By Elizabeth Prann, ,
Published October 27, 2015
Despite improvements in air quality and decreases in cigarette smoking, the number of Americans diagnosed with asthma is on the rise, according to the U.S. Centers for Disease Control and Prevention.
Tuesday is World Asthma Day, and the CDC has released a new report that shows the number of people diagnosed with asthma in the United States has grown by 4.3 million between 2001 and 2009. That means as of 2009, 1 in 12 Americans live with the inflammatory disorder. And although there is an increase in diagnoses among all demographic groups, the report notes a higher percentage of children have asthma than adults, specifically about 9.6 percent compared to 7.7 percent, respectively.
“The trend has been gradually rising over this decade,” said Dr. Paul Garbe, chief of CDC's Air Pollution and Respiratory Health Branch. “We still see almost 3,500 people die each year with asthma, which is 3,500 more than should be.”
An increase in asthma diagnoses means an increase in medical costs. In 2002, asthma-related medical costs added up to about $53 billion. By 2007, that number jumped 6 percent to about $56 billion.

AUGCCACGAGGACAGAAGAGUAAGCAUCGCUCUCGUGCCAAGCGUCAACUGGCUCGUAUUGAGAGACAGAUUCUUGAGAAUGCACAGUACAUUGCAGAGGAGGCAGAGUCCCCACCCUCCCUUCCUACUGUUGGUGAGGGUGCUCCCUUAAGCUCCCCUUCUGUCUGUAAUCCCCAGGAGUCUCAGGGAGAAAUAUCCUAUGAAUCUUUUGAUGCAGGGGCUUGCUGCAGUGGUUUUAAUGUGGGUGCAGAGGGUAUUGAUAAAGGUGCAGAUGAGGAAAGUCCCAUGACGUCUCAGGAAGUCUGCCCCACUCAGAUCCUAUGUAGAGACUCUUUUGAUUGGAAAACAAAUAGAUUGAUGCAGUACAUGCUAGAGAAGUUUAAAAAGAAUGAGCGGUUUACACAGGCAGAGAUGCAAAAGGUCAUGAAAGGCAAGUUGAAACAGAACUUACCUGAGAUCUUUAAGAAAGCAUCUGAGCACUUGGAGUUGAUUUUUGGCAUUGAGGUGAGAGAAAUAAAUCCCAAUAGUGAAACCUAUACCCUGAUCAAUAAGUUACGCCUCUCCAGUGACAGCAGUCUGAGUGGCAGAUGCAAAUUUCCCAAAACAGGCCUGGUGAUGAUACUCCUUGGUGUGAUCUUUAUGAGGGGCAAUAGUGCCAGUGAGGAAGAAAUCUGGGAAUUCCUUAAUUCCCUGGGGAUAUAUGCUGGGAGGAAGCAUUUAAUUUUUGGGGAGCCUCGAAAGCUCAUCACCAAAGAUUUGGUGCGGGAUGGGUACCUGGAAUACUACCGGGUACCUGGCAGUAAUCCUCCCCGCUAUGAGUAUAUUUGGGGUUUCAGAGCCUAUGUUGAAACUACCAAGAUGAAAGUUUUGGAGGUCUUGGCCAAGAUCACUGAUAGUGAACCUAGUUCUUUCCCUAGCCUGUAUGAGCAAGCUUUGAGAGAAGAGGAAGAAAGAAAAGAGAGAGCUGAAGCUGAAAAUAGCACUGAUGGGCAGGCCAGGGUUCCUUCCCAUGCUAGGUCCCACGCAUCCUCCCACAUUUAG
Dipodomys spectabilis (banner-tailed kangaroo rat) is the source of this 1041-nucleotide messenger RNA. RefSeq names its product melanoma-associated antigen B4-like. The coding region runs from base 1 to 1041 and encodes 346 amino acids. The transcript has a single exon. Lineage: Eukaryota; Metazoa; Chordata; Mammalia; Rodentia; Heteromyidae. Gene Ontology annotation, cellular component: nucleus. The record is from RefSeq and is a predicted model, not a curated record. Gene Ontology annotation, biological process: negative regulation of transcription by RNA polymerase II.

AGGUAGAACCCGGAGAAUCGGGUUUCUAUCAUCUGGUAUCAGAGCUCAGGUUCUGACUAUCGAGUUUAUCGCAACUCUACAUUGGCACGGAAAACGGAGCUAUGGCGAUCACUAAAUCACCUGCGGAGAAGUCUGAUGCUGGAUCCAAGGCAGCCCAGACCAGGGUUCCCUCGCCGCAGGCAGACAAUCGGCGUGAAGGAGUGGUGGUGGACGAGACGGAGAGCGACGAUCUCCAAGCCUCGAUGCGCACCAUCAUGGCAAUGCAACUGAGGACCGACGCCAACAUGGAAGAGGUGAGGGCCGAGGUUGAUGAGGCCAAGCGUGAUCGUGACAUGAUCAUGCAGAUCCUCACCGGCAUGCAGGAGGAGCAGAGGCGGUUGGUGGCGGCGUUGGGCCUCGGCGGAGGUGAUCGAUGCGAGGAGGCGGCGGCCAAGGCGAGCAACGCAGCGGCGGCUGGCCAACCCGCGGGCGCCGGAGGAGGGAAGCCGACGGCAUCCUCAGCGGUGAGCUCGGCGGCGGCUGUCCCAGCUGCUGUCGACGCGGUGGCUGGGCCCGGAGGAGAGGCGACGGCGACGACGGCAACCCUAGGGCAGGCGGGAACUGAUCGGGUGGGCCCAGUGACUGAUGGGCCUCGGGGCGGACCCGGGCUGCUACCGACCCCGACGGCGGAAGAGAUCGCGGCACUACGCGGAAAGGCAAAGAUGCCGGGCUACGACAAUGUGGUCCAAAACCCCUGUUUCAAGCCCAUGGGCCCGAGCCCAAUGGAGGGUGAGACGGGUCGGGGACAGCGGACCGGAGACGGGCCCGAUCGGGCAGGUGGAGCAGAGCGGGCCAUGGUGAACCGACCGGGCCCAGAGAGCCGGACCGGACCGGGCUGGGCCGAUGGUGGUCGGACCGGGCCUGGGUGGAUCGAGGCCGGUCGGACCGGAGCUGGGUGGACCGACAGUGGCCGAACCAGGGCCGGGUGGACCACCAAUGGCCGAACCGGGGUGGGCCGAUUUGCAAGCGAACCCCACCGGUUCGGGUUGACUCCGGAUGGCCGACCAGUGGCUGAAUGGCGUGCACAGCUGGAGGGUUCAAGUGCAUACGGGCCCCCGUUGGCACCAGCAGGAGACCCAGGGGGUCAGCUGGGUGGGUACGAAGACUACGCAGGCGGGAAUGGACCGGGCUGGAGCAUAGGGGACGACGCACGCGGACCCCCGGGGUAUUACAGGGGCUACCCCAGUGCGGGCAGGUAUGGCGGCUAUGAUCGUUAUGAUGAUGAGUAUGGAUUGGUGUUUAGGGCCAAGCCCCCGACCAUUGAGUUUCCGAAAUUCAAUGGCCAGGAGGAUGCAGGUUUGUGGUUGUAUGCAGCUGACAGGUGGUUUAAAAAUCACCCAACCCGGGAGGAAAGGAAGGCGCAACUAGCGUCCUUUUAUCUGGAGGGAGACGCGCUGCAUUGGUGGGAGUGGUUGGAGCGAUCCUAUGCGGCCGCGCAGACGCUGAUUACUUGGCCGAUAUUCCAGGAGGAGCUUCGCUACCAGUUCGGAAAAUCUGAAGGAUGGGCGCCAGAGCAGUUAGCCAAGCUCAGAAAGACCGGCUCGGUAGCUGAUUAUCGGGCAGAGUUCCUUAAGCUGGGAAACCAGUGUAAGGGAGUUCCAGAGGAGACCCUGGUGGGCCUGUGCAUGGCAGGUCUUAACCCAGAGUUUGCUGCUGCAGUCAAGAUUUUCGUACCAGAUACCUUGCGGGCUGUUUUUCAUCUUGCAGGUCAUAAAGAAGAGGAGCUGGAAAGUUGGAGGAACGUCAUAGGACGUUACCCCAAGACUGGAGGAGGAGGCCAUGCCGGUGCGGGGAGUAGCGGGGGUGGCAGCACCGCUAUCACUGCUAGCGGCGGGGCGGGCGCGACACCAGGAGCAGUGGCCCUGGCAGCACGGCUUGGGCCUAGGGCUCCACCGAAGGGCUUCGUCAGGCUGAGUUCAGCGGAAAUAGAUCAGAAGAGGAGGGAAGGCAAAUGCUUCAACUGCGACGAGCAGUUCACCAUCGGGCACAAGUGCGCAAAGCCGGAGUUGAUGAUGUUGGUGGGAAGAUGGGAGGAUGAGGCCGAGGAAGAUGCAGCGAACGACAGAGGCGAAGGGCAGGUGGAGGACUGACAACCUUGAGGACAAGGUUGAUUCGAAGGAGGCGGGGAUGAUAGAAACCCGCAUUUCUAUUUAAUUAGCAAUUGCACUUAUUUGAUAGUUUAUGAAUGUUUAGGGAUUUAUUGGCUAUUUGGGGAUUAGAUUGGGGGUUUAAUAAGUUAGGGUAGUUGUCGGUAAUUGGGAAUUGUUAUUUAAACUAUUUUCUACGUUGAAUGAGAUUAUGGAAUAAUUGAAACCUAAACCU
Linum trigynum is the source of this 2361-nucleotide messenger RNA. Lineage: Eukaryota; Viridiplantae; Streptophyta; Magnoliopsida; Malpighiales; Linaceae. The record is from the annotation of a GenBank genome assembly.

“That translates into over $3,330 per person,” Garbe said.
Garbe went on to say that asthma complications also mean a loss of productivity in the workplace and an increase in emergency room visits. The CDC also reports that 2 in 5 asthma sufferers are uninsured, making it hard to obtain medications.
CDC officials said they don’t have an explanation for the growth in asthma rates, but they continue to spread awareness, noting treatment and prevention is a key to keeping the disease under control since asthma is a chronic illness. Symptoms include wheezing, breathlessness, coughing and chest tightness.
There isn’t a cure for asthma, but patients can control symptoms with inhalers and prevent attacks by avoiding triggers.
Triggers are often environmental -- such as mold, pet dandruff and pollution. One of the most common is secondhand smoke.
"Despite the fact that outdoor air quality has improved, we've reduced two common asthma triggers -- secondhand smoke and smoking in general -- asthma is increasing," Garbe said. "While we don't know the cause of the increase, our top priority is getting people to manage their symptoms better."
CDC officials said asthma attacks aren’t inevitable, and they can be controlled with the proper treatment and education.